Most people have had at least one photo ruined by the dreaded, “red eye” and most have had it happen more often than they want to think about. It is frustrating and means that you have to edit photos to remove the red eye, but it does not always mean that it looks normal. If you are wondering how to eliminate red eyes when taking pictures, perhaps experimenting with these tips will make things easier.
Before You Start Practicing
When it comes to red eyes, it is a normal part of taking photos. To understand why, you should think of your pupil as a tunnel. When a camera light flashes into a person’s eye, light will travel through that tunnel. When it reaches the end, there is where you find the blood that is in the back of your retina and it is what will cause the red color to bounce back toward the camera. The larger the tunnel, the larger the chance for red to show up in your photo.
Even though the blood supply in the choroid is normal for all eyes, this does not mean that you are doomed to red eyed photos forever. There are things that you can do which may not eliminate the red eye completely, but it should put the odds of no red eye, a little more within your reach.
The easiest way to eliminate red eyes is to pre-flash your target and luckily it is available in most cameras. This causes the pupil to shrink up and when it is small, it is less likely to capture the light. This means that there will be less light reflecting within the pupil’s tunnel and less chance of it flashing back into the camera’s focus.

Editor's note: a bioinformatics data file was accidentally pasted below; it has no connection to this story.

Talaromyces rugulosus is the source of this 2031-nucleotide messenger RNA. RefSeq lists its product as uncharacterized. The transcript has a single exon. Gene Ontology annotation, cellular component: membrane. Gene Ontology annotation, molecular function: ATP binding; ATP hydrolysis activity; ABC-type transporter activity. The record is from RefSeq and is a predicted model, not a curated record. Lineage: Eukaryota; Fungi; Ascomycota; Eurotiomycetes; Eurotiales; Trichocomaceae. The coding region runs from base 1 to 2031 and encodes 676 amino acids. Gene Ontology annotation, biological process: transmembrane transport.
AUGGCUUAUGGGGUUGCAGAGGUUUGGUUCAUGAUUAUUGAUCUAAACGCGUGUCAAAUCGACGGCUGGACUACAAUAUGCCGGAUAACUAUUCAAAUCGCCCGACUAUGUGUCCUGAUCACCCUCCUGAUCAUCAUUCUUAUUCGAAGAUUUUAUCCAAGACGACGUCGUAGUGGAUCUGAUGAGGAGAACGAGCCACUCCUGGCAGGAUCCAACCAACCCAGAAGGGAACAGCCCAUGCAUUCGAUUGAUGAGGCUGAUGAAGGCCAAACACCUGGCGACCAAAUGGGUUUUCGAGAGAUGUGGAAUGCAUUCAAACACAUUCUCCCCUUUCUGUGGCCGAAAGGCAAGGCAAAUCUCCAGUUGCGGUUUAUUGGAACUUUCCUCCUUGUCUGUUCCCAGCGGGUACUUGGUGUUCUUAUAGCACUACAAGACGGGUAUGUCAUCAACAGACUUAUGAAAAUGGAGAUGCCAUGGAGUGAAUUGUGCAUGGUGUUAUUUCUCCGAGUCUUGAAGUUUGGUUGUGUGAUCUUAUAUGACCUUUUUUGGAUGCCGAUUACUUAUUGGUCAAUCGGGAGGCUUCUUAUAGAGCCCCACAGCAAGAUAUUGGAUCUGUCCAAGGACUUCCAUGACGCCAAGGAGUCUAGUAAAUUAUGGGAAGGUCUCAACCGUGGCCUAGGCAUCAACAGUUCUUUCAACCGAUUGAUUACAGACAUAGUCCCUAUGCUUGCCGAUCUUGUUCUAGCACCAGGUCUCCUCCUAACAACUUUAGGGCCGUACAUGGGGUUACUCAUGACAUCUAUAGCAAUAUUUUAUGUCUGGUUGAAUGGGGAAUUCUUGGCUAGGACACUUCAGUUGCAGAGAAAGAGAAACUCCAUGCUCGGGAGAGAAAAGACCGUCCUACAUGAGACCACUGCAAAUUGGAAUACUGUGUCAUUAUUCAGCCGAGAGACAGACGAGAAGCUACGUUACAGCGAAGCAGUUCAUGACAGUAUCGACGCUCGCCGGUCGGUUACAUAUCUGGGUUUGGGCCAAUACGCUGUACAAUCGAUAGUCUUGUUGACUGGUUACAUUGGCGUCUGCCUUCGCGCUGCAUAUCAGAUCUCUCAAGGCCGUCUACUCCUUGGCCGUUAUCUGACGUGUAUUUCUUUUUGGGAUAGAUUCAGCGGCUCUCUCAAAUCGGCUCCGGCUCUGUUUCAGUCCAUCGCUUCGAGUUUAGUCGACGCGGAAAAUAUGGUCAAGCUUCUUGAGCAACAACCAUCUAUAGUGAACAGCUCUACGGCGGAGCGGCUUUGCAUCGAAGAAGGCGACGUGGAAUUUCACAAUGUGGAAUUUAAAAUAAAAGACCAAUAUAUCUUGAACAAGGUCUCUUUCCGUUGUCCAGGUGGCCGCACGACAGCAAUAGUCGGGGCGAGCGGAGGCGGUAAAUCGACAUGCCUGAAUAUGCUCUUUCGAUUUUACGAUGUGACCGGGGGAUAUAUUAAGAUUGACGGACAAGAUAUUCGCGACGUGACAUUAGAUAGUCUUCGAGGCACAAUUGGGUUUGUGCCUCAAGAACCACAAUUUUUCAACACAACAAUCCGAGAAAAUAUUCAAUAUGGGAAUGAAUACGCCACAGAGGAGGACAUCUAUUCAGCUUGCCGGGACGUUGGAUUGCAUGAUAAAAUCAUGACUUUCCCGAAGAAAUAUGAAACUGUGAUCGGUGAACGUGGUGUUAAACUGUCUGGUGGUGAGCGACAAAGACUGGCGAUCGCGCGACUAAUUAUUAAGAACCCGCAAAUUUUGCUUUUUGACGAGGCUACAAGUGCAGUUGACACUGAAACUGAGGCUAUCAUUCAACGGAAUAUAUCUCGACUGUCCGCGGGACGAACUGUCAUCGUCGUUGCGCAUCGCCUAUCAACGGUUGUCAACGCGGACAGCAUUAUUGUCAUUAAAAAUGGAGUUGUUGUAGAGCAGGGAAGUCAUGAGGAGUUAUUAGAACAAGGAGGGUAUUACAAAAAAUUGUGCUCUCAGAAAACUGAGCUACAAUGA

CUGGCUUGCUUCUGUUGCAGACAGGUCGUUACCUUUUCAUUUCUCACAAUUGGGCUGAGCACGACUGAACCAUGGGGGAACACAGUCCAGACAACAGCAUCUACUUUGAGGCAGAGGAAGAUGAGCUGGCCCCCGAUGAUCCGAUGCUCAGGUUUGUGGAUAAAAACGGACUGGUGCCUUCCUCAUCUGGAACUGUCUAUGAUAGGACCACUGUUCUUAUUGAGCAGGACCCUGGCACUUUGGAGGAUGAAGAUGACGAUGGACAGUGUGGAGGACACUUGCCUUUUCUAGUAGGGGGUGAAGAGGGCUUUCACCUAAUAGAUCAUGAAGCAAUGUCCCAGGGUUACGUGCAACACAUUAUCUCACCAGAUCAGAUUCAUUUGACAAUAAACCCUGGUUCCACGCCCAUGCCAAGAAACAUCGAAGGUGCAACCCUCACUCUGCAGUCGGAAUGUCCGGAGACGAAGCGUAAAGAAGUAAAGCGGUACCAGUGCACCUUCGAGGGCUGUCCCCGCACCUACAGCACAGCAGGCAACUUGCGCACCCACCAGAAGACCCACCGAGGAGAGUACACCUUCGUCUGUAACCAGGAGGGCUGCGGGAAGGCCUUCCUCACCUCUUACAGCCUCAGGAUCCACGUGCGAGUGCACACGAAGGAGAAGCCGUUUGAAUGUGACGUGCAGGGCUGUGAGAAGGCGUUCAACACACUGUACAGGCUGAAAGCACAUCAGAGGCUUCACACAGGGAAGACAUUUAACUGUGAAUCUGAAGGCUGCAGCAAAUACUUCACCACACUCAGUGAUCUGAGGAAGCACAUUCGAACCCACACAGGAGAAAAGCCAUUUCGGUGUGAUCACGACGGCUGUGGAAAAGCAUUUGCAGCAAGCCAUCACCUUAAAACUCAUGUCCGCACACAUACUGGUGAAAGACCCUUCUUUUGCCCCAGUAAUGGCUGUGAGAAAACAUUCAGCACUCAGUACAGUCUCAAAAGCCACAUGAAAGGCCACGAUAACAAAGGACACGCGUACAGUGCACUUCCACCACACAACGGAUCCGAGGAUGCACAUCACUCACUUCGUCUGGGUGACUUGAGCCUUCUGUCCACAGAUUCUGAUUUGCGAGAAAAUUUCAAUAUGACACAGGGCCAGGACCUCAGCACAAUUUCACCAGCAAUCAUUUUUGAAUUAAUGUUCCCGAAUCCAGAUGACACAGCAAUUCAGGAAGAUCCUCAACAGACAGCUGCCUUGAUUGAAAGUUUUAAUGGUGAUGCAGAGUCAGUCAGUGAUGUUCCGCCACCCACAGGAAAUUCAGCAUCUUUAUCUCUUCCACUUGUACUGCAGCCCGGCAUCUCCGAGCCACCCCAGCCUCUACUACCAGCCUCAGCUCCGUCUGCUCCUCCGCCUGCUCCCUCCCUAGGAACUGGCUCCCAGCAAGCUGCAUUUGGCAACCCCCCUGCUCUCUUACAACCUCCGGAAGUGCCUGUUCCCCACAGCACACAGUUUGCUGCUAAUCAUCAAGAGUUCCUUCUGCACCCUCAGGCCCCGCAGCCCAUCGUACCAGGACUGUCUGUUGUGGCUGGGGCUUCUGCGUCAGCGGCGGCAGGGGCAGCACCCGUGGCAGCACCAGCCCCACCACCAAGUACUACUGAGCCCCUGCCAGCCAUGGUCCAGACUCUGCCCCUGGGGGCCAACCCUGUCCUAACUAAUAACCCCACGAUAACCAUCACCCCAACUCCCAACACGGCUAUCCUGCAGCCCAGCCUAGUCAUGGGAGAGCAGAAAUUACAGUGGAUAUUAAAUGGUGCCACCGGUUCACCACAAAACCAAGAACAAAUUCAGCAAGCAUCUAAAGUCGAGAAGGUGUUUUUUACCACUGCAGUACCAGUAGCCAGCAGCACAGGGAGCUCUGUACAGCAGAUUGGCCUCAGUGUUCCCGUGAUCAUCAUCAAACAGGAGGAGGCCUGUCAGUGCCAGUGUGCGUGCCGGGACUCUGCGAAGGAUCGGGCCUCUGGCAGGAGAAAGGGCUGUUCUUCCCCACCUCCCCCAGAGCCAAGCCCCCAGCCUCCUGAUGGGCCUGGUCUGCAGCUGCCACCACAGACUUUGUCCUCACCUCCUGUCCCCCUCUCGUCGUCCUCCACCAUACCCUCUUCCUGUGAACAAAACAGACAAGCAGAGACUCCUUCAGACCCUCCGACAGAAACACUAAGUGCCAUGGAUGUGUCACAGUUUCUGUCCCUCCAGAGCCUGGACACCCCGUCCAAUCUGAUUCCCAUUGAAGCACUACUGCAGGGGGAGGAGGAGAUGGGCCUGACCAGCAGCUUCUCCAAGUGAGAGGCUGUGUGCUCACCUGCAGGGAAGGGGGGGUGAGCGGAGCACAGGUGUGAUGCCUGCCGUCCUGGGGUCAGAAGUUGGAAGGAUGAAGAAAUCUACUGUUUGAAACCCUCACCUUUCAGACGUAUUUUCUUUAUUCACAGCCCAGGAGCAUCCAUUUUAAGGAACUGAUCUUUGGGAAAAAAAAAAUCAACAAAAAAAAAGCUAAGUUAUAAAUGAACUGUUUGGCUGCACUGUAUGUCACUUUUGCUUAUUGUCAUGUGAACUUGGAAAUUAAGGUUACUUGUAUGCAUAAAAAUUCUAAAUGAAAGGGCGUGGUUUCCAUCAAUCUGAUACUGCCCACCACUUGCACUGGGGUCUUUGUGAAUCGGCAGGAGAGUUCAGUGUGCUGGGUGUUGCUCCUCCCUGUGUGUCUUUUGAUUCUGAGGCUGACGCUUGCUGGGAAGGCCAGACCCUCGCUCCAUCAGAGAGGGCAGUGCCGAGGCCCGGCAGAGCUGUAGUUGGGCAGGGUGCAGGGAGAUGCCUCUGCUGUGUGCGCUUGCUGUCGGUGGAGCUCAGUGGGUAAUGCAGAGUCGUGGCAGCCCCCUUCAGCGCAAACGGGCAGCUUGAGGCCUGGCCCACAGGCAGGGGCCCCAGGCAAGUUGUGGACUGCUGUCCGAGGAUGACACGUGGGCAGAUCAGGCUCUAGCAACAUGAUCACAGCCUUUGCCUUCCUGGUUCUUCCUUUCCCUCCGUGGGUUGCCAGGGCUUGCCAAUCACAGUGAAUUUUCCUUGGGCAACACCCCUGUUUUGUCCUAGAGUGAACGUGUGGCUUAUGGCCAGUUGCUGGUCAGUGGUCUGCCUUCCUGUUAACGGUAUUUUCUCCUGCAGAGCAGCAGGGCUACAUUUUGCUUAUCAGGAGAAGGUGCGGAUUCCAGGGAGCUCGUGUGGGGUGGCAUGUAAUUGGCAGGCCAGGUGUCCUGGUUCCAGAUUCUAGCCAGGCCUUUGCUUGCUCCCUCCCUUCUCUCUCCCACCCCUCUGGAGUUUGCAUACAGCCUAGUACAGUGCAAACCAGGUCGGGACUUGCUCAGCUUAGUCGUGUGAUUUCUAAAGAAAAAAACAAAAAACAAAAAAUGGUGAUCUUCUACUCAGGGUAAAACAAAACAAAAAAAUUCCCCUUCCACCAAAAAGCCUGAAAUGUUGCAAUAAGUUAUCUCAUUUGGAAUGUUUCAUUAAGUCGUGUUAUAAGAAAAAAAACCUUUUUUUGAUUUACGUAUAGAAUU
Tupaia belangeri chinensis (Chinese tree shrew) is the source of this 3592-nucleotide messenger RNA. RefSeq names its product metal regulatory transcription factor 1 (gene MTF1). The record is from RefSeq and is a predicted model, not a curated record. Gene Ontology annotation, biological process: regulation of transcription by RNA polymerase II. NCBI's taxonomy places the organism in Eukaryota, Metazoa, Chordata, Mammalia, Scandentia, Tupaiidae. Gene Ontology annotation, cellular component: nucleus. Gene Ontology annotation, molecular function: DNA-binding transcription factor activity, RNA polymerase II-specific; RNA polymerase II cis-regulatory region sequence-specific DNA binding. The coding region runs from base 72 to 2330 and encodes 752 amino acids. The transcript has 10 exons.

If light traveling through the “tunnel” causes red eyes to form, what will happen if you use less direct lighting? No red eye. You can do this by having the person look slightly away from where the camera will flash or have the flash bounce off the walls and ceiling instead. Either of these things will ensure that light is unable to travel completely through the tunnel where it can reflect the reddish color back. It also works when your target still has a slight red eye after you try to use the pre-flash or red eye reduction settings on your camera. However, with one you aren’t going to get a picture of your target looking directly into the camera lens and the other is simply adding more light to the otherwise dark areas of the room. You will have to choose the option that you prefer.
Separate Light Sources
This option is typically seen in older photo shoots, but it is still a viable option today as well. A separate flash that can be set up and allows the person to look directly into the camera with very little concern of red eyes, because the light cannot bounce directly back at the camera. However, it still gives the person a very illuminated look.
Which way you choose to go about reducing or eliminating red eyes when taking pictures is up to you. Either of these three tips should at least point your photography skills in a more positive direction. At least you will no longer have to deal with the problem of red eyes. Which is really all that most people want.